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Nullem Crimen Sine Lege

There was a time when the Law Society of Ireland discharged all its functions in the corner of a car park.

The car park is still there (in the Four Courts), but the Law Society of Ireland has moved, to the former Blue Coat school in Blackhall Place (and changed its name). Now, in addition to having its own car park, it has the cachet of looking as though the HQ building (from the 18th century) reflects its history, which it does not.

That’s harmless stuff.

But what about the title to this post? “Nullem crimen sine lege” means “no crime without a law”, which in turn means, in the words of Article 7 of the European Convention on Human Rights,

No one shall be held guilty of any criminal offence on account of any act or omission which did not constitute a criminal offence under national or international law at the time when it was committed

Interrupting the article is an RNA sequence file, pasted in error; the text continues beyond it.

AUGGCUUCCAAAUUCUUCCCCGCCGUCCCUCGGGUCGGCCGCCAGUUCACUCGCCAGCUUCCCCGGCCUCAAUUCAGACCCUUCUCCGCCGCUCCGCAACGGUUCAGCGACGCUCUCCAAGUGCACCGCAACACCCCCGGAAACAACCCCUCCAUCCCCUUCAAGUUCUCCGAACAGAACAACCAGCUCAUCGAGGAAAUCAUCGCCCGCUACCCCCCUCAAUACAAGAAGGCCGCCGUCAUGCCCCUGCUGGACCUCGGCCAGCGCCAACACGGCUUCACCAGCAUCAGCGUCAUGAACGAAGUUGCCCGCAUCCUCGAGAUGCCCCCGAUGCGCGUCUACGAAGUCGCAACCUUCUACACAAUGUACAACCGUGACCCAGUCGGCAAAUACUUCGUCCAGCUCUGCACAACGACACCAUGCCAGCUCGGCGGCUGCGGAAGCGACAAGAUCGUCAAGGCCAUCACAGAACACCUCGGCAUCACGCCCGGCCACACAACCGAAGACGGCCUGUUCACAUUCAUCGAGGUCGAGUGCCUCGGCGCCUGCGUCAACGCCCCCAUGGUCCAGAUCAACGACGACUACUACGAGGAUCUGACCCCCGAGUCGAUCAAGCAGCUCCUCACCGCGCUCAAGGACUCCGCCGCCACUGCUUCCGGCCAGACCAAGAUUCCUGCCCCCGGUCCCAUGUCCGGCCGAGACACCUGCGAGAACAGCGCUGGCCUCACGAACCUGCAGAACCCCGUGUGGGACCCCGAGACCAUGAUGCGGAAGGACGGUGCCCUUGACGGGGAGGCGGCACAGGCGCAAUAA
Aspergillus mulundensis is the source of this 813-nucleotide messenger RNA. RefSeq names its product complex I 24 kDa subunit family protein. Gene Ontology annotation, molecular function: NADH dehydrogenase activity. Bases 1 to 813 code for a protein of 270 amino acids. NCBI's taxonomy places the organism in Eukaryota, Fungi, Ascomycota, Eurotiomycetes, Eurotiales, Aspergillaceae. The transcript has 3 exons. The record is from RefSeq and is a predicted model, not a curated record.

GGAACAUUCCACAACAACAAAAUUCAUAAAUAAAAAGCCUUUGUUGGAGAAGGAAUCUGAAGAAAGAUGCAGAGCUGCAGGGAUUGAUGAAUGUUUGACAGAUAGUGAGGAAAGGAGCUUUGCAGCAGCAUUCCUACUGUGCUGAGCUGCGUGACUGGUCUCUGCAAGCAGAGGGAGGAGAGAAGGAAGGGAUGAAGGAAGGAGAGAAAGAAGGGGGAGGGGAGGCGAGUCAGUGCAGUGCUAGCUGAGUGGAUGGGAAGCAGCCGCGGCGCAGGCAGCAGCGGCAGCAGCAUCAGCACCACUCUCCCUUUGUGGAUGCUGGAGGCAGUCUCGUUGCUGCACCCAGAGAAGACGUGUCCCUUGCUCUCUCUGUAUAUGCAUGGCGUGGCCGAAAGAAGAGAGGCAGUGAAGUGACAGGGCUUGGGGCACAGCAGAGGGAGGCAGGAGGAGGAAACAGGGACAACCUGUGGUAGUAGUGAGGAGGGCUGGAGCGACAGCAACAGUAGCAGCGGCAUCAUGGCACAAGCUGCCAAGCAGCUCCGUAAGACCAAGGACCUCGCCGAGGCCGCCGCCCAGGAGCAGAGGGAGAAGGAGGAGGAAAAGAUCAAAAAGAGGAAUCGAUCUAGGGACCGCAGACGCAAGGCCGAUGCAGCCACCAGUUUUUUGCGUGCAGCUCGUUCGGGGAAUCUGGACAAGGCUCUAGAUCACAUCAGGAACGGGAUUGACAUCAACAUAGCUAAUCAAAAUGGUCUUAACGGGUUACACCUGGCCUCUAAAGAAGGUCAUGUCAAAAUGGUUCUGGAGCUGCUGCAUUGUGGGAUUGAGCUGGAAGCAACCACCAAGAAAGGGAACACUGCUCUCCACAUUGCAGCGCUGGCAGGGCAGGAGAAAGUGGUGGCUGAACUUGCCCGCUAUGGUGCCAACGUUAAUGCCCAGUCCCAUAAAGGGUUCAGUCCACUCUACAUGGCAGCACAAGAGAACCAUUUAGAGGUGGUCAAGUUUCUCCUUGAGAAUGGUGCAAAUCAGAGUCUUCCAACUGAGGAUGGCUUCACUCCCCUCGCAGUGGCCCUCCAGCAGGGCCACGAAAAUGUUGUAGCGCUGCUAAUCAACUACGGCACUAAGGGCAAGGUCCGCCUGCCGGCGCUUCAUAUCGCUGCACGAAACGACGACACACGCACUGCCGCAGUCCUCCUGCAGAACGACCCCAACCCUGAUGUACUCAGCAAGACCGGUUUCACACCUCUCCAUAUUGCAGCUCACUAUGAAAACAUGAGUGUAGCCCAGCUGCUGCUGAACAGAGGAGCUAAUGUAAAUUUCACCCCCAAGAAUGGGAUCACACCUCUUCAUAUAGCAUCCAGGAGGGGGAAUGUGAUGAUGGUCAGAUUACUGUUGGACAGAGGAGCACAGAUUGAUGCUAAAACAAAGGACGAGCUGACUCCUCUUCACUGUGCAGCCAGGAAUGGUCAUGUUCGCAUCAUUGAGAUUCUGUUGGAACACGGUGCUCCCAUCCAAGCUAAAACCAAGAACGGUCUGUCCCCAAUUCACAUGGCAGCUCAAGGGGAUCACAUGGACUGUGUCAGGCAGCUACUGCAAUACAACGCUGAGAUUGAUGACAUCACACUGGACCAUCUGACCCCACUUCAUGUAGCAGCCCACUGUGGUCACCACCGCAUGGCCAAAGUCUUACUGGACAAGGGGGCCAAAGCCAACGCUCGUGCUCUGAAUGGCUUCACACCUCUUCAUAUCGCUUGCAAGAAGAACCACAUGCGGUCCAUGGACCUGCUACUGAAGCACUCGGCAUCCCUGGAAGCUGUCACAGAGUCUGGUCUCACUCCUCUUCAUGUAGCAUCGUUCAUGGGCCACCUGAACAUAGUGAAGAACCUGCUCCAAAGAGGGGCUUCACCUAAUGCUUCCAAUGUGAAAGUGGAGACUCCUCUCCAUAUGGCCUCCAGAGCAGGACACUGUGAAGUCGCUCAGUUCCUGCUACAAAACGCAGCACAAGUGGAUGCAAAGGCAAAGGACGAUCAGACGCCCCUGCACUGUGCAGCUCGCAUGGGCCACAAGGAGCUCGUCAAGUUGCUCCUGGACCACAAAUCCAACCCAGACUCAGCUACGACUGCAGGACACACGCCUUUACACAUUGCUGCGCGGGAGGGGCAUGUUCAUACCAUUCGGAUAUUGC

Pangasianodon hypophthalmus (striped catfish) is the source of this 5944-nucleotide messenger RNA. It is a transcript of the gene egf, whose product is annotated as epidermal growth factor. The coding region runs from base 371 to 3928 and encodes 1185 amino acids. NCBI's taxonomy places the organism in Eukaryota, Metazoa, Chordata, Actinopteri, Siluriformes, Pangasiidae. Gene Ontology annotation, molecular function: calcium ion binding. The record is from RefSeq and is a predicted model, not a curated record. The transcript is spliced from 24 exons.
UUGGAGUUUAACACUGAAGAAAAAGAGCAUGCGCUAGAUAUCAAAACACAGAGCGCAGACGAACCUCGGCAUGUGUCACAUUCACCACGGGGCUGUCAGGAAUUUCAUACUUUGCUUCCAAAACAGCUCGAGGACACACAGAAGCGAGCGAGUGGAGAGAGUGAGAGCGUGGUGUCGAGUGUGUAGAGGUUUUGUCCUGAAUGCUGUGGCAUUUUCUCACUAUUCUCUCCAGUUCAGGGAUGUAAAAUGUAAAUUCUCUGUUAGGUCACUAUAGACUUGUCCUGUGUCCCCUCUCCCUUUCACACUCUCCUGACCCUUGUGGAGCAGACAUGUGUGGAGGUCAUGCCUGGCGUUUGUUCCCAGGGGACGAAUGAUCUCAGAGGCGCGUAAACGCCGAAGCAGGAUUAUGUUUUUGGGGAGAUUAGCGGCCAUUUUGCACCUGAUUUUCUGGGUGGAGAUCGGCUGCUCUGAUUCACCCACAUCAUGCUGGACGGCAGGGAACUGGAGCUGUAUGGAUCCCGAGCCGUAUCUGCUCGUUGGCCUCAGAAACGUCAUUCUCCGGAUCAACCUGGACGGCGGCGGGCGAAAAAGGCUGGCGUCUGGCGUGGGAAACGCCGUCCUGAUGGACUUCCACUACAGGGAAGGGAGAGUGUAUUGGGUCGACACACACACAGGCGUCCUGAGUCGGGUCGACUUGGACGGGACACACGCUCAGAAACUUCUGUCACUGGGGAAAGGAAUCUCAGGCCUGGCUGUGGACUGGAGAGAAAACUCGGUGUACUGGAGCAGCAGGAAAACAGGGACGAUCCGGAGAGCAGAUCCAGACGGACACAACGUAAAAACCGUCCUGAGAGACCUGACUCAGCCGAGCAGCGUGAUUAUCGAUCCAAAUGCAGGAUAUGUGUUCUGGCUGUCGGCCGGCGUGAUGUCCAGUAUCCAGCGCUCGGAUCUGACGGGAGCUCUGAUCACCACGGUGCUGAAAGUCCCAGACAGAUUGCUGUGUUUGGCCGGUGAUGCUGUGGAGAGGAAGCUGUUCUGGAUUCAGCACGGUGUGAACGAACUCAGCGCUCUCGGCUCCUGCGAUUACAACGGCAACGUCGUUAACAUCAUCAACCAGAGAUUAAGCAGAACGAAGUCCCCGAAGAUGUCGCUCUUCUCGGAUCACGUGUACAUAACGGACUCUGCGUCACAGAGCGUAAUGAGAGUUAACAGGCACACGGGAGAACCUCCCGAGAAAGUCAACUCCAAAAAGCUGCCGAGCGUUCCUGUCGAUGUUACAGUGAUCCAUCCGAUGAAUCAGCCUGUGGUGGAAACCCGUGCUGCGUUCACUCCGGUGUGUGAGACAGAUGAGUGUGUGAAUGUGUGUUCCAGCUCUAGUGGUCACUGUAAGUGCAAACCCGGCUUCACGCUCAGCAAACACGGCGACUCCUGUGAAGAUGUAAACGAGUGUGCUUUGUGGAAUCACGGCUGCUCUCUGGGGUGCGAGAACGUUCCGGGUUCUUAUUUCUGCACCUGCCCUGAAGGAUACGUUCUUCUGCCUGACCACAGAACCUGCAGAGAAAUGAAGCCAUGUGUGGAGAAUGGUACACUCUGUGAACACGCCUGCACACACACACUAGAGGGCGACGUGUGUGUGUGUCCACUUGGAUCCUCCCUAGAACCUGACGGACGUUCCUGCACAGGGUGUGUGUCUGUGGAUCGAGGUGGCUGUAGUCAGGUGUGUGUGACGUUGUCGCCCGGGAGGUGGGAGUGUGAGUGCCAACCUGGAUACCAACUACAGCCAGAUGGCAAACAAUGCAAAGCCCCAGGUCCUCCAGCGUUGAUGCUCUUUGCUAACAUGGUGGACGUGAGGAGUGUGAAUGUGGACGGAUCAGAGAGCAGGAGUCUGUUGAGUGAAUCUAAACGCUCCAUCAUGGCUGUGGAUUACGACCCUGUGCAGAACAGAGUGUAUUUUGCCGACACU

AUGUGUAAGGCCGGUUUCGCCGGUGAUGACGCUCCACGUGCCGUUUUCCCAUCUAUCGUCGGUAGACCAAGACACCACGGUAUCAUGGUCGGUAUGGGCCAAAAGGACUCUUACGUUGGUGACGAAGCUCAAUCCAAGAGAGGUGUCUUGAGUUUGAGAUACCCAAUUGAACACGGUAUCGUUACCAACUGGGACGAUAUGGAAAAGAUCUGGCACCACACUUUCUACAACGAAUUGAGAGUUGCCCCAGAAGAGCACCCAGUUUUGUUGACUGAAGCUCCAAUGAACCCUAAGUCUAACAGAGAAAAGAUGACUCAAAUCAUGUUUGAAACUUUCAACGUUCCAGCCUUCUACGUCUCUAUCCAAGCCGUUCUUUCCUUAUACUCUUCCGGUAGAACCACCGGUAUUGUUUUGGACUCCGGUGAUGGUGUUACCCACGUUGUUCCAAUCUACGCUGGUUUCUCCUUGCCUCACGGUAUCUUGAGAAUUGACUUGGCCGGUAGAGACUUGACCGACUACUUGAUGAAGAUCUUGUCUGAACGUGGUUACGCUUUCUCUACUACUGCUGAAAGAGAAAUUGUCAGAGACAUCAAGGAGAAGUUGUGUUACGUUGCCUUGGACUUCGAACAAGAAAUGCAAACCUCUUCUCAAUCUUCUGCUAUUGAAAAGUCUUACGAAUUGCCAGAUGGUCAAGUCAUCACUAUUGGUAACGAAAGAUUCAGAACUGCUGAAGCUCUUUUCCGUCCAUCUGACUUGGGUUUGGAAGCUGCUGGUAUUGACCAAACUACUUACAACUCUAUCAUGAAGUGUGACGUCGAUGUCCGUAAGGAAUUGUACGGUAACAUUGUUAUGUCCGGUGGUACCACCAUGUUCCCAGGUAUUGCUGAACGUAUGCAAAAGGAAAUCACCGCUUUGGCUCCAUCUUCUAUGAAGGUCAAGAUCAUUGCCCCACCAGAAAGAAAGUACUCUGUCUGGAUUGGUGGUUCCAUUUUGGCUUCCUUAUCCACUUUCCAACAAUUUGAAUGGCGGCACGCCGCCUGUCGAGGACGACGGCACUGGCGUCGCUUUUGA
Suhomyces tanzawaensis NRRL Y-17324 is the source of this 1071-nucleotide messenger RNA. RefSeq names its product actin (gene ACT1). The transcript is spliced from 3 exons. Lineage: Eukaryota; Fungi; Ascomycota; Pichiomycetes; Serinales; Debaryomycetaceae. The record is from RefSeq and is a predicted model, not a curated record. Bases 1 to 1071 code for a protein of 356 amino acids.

The words of Article 7 are superior, but many lawyers prefer the latin expression, for much the same reasons the Law Society felt the need of a stately home: it projects or suggests the endorsement of history.

As always, these endorsements are of questionable value, in two senses; the endorsement of history may not be an endorsement and the historical costume may look odd on the modern figure.

Why should we care if an expression is in latin? Do we actually want the endorsement of ancient Rome? Consider the first Punic war. The Romans trumpeted their fidelity to their word; they used it to extend their influence through Italy by means of treaties. The Carthaginians occupied most of Sicily. The rest was ruled by a dictator (Hiero) and a small group of crooks that might well have suggested the model of the later Mafia.

The Mafia ran into trouble with the dictator and, finding the Carthaginians lacking in support, invited the Romans to help them. The Romans did, for the purpose of challenging the Carthaginians. Twenty three years of war followed, consequent on the breach by the Romans of their “core value” of adherence to their word. Rome had agreed a treaty of friendship with Carthage, but that counted for nothing when the possibility of taking Sicily was in the offing.